Google and Getty team up for pictures worth a thousand links
You’ve seen that painting before but can’t remember: Is it Manet or Monet? Once again, when it comes to the searchable world, Google wants to supply the answer.
The team behind Google Goggles, the smartphone application that among other things lets users take a photograph of a bottle of wine to find out whether it's worth $10 or $100, has partnered with the Getty Museum to provide information on hundreds of paintings from its permanent collection.
Google Goggles is at base a visual search engine that is activated not by typing in key phrases but by taking a picture on your smartphone of the object (be it a wine bottle label or book or historic landmark) in question. They call it a “visual query.” Now Getty visitors using the program can take pictures of paintings that interest them to bring up links to information, starting with content prepared by the museum.
More effective with two than three dimensions, Google Goggles already recognizes some photographs and paintings from other museums—including world-famous artworks the database has picked up by crawling the Internet. But this is the first partnership by which a museum has provided images and prepared content for this specific use. The Getty has supplied information on the artist and artwork for about 300 paintings. About half of those have audio snippets as well.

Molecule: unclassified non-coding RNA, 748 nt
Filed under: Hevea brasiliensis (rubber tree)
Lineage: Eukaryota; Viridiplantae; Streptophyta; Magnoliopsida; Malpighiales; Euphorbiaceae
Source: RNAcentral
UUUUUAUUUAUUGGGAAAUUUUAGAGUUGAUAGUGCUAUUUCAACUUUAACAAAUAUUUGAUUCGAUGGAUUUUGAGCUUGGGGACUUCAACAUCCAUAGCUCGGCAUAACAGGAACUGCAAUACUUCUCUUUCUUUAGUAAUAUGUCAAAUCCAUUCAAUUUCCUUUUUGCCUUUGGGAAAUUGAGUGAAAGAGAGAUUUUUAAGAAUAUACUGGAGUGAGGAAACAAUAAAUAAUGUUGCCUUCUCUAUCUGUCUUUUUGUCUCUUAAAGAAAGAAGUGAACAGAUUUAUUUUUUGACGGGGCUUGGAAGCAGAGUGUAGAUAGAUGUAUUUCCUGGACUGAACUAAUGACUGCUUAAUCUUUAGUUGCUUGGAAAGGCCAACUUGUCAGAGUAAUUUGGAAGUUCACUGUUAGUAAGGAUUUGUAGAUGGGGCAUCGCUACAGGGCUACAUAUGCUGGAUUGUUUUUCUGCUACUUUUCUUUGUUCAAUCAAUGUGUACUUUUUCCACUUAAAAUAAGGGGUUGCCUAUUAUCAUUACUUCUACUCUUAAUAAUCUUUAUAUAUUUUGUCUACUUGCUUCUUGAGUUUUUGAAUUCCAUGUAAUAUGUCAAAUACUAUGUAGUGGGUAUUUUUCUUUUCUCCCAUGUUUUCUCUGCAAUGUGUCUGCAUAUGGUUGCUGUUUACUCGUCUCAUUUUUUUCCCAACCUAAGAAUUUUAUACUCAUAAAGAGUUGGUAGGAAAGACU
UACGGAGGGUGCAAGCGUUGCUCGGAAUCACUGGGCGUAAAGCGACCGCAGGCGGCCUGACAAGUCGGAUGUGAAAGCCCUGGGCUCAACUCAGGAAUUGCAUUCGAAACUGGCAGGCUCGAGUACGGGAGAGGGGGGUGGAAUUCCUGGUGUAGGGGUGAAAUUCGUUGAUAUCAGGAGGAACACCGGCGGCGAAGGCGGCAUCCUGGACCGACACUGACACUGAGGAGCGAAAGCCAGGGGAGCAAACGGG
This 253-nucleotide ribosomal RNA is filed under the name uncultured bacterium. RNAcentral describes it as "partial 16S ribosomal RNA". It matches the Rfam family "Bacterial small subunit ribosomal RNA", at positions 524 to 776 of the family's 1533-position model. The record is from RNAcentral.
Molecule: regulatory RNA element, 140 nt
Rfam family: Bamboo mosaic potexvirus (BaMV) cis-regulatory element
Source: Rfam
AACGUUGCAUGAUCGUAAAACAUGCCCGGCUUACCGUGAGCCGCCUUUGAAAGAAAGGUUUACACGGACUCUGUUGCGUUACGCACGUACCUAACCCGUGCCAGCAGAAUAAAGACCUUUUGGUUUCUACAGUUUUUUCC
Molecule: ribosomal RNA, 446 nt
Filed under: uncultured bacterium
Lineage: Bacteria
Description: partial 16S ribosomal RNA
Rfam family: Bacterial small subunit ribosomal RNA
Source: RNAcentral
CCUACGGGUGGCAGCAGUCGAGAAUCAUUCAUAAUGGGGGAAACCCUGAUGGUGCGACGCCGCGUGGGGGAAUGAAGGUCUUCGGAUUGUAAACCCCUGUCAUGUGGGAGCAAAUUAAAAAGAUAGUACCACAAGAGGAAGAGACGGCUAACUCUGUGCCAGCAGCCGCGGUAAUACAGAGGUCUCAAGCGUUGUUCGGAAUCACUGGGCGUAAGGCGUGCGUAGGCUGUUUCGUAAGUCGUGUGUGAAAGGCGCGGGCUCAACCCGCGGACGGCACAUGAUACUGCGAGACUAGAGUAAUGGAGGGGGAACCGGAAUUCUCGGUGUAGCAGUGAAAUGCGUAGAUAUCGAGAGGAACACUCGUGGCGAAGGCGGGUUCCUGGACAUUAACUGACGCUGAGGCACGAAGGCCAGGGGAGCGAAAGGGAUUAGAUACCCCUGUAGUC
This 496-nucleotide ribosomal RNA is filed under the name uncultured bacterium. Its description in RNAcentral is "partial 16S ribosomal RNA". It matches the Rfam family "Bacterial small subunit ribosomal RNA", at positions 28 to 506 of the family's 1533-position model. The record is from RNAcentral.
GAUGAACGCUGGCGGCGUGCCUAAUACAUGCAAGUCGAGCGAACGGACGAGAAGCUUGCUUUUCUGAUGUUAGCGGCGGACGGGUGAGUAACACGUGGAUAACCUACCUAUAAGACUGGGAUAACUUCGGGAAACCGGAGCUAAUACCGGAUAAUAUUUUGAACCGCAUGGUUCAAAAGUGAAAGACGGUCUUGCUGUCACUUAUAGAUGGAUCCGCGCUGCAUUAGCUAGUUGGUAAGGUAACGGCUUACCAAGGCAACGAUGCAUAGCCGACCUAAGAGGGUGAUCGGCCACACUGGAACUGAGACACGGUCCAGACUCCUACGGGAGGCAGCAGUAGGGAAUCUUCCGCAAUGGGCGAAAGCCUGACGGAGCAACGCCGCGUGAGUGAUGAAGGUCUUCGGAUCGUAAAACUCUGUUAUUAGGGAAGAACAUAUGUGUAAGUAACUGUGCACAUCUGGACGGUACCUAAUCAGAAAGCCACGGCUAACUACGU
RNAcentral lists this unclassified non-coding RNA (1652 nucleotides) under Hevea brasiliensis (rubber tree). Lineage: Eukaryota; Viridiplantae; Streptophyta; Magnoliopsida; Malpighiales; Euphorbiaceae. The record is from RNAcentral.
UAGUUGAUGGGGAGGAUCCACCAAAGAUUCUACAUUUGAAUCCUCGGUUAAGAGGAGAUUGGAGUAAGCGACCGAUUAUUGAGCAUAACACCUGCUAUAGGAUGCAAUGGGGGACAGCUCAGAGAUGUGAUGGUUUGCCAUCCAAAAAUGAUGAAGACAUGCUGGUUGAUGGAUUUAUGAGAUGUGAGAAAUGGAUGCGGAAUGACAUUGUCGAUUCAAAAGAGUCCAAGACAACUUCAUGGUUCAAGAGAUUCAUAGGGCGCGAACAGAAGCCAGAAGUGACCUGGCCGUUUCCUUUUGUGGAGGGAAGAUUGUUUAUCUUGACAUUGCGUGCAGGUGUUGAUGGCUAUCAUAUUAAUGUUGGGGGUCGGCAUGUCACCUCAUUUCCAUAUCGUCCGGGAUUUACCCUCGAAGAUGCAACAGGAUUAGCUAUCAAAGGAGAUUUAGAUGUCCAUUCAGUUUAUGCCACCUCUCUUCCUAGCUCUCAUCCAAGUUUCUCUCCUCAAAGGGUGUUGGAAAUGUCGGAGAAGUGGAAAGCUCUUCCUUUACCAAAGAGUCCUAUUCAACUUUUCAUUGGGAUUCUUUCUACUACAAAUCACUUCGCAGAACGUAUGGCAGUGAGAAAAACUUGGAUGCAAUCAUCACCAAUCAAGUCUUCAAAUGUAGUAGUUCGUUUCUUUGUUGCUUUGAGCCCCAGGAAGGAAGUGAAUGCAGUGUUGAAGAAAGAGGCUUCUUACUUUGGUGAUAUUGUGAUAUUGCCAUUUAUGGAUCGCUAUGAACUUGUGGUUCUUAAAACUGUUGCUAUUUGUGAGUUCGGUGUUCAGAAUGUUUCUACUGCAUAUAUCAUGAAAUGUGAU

Google Goggles product manager Shailesh Nalawadi, whose engineering team is based in the technology giant's Santa Monica office, says they wanted to start local. "We always had the museum use-case in mind," he says, "and because the engineering team is here in Los Angeles, we wanted to do it with an L.A. institution."
"When we sit at lunch in our Google cafeteria here, we can look out and see the Getty," he adds.
Maria Gilbert, a senior content developer at the Getty Museum, says the new application "does not replace any existing technology" at the museum. Rather, it's meant to be another choice for visitors who would rather not spend $5 on traditional audio guides or spend the time to type key phrases into Web browsers to access online information.
Of course, the museum still has wall labels identifying Manet's "Rue Mosnier With Flags" or Monet's "Rouen Cathedral," but Gilbert points out that the new application has the advantage of letting you save and read information after the visit from the comfort of home. It will also translate written materials like wall labels that you photograph into a language of your choice. She says the project was done at no cost to the Getty, because it essentially involved repurposing existing visitor and website content.
Earlier this year, Google launched a more ambitious museum initiative: the Google Art Project, which offers users a virtual tour of 17 prestigious museums across nine countries and the power to zoom in and magnify any inch of more than 1,000 artworks.
Nalawadi says that project "is a separate but related" initiative, "part of a broader effort at Google to work with museums and other cultural institutions because they share the same goal of making art discoverable and bringing it into the hands of end users."
Why wasn't the Getty included in that initiative? "I was not involved in that decision but I'm sure we hope to work with them on that as well." He did, however, confirm that he is in talks with "quite a few museums" to bring more images into the Google Goggles database.